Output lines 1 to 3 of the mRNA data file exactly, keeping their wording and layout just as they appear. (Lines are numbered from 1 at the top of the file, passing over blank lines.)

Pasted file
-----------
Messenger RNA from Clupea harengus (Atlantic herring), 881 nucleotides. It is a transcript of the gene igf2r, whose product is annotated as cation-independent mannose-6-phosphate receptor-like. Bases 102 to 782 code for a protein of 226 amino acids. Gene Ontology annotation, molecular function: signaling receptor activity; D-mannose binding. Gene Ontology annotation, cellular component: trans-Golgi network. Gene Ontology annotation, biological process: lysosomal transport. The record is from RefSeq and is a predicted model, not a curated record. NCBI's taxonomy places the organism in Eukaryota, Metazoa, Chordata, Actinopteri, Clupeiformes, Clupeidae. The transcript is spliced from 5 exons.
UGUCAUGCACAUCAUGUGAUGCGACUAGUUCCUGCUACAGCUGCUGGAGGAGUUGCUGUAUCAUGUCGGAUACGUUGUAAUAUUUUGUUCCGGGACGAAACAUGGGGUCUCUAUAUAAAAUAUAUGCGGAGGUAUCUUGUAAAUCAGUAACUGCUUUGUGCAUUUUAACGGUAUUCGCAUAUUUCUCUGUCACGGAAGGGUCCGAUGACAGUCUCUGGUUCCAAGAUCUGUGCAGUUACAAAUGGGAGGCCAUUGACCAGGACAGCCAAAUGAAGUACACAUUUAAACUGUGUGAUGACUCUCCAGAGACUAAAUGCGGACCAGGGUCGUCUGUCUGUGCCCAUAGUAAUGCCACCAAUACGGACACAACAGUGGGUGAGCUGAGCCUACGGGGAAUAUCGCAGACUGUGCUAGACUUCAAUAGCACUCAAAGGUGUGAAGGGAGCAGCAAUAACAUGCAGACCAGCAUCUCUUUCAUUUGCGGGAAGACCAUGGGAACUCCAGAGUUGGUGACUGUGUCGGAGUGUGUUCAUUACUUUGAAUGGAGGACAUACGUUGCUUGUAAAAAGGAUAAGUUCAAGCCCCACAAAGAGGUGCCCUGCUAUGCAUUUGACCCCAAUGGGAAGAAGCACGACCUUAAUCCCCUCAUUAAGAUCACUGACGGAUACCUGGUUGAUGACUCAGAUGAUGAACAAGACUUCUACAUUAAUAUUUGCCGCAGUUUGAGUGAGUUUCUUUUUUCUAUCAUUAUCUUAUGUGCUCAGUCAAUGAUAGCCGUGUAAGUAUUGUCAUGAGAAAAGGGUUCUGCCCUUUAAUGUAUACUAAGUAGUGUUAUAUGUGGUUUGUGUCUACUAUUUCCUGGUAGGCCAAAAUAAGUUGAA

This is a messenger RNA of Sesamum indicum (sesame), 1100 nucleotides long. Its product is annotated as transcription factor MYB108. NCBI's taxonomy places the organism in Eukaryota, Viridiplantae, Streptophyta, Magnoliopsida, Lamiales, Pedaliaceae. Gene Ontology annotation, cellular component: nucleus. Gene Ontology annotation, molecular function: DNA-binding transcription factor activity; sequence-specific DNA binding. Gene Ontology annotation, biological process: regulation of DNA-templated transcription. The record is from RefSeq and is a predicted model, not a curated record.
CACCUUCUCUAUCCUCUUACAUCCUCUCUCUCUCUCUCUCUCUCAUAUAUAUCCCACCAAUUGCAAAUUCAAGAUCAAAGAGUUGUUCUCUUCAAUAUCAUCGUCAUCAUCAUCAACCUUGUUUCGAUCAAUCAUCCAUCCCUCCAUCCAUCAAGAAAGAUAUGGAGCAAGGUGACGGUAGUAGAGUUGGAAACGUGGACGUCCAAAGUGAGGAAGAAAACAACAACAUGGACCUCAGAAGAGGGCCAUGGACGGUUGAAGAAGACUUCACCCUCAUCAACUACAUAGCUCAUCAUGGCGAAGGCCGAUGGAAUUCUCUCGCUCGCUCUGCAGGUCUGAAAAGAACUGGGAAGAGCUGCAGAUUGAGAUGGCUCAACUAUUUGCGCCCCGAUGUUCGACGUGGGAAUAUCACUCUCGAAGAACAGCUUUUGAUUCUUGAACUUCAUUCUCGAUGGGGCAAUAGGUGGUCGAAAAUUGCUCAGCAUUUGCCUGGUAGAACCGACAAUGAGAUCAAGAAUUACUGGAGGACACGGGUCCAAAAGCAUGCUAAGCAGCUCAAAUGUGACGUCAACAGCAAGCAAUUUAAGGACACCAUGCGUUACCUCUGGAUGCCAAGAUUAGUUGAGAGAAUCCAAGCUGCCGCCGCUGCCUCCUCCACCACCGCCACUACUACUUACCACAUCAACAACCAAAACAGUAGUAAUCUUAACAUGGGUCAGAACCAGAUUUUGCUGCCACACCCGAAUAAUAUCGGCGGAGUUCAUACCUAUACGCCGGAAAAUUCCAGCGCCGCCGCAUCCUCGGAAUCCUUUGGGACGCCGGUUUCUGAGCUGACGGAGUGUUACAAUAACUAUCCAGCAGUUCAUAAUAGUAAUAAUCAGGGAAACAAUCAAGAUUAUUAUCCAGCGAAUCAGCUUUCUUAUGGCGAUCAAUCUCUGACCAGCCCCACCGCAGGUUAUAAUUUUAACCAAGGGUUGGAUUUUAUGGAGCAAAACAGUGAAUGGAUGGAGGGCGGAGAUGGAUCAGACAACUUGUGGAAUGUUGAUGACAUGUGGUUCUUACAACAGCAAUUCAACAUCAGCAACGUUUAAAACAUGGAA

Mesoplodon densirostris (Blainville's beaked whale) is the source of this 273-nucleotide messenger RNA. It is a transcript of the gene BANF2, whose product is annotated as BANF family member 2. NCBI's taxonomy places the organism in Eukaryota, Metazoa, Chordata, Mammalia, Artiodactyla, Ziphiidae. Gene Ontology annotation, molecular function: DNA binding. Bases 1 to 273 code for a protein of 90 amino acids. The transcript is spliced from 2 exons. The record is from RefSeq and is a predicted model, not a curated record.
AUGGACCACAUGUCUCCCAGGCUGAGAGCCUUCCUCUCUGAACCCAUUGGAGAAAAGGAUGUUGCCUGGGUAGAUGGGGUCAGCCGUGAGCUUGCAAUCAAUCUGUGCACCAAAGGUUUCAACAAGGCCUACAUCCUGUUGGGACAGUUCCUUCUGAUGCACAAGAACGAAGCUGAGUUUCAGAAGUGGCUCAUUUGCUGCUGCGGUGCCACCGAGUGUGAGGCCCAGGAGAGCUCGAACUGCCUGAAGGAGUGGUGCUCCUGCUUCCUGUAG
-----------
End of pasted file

Messenger RNA from Clupea harengus (Atlantic herring), 881 nucleotides. It is a transcript of the gene igf2r, whose product is annotated as cation-independent mannose-6-phosphate receptor-like. Bases 102 to 782 code for a protein of 226 amino acids. Gene Ontology annotation, molecular function: signaling receptor activity; D-mannose binding. Gene Ontology annotation, cellular component: trans-Golgi network. Gene Ontology annotation, biological process: lysosomal transport. The record is from RefSeq and is a predicted model, not a curated record. NCBI's taxonomy places the organism in Eukaryota, Metazoa, Chordata, Actinopteri, Clupeiformes, Clupeidae. The transcript is spliced from 5 exons.
UGUCAUGCACAUCAUGUGAUGCGACUAGUUCCUGCUACAGCUGCUGGAGGAGUUGCUGUAUCAUGUCGGAUACGUUGUAAUAUUUUGUUCCGGGACGAAACAUGGGGUCUCUAUAUAAAAUAUAUGCGGAGGUAUCUUGUAAAUCAGUAACUGCUUUGUGCAUUUUAACGGUAUUCGCAUAUUUCUCUGUCACGGAAGGGUCCGAUGACAGUCUCUGGUUCCAAGAUCUGUGCAGUUACAAAUGGGAGGCCAUUGACCAGGACAGCCAAAUGAAGUACACAUUUAAACUGUGUGAUGACUCUCCAGAGACUAAAUGCGGACCAGGGUCGUCUGUCUGUGCCCAUAGUAAUGCCACCAAUACGGACACAACAGUGGGUGAGCUGAGCCUACGGGGAAUAUCGCAGACUGUGCUAGACUUCAAUAGCACUCAAAGGUGUGAAGGGAGCAGCAAUAACAUGCAGACCAGCAUCUCUUUCAUUUGCGGGAAGACCAUGGGAACUCCAGAGUUGGUGACUGUGUCGGAGUGUGUUCAUUACUUUGAAUGGAGGACAUACGUUGCUUGUAAAAAGGAUAAGUUCAAGCCCCACAAAGAGGUGCCCUGCUAUGCAUUUGACCCCAAUGGGAAGAAGCACGACCUUAAUCCCCUCAUUAAGAUCACUGACGGAUACCUGGUUGAUGACUCAGAUGAUGAACAAGACUUCUACAUUAAUAUUUGCCGCAGUUUGAGUGAGUUUCUUUUUUCUAUCAUUAUCUUAUGUGCUCAGUCAAUGAUAGCCGUGUAAGUAUUGUCAUGAGAAAAGGGUUCUGCCCUUUAAUGUAUACUAAGUAGUGUUAUAUGUGGUUUGUGUCUACUAUUUCCUGGUAGGCCAAAAUAAGUUGAA

This is a messenger RNA of Sesamum indicum (sesame), 1100 nucleotides long. Its product is annotated as transcription factor MYB108. NCBI's taxonomy places the organism in Eukaryota, Viridiplantae, Streptophyta, Magnoliopsida, Lamiales, Pedaliaceae. Gene Ontology annotation, cellular component: nucleus. Gene Ontology annotation, molecular function: DNA-binding transcription factor activity; sequence-specific DNA binding. Gene Ontology annotation, biological process: regulation of DNA-templated transcription. The record is from RefSeq and is a predicted model, not a curated record.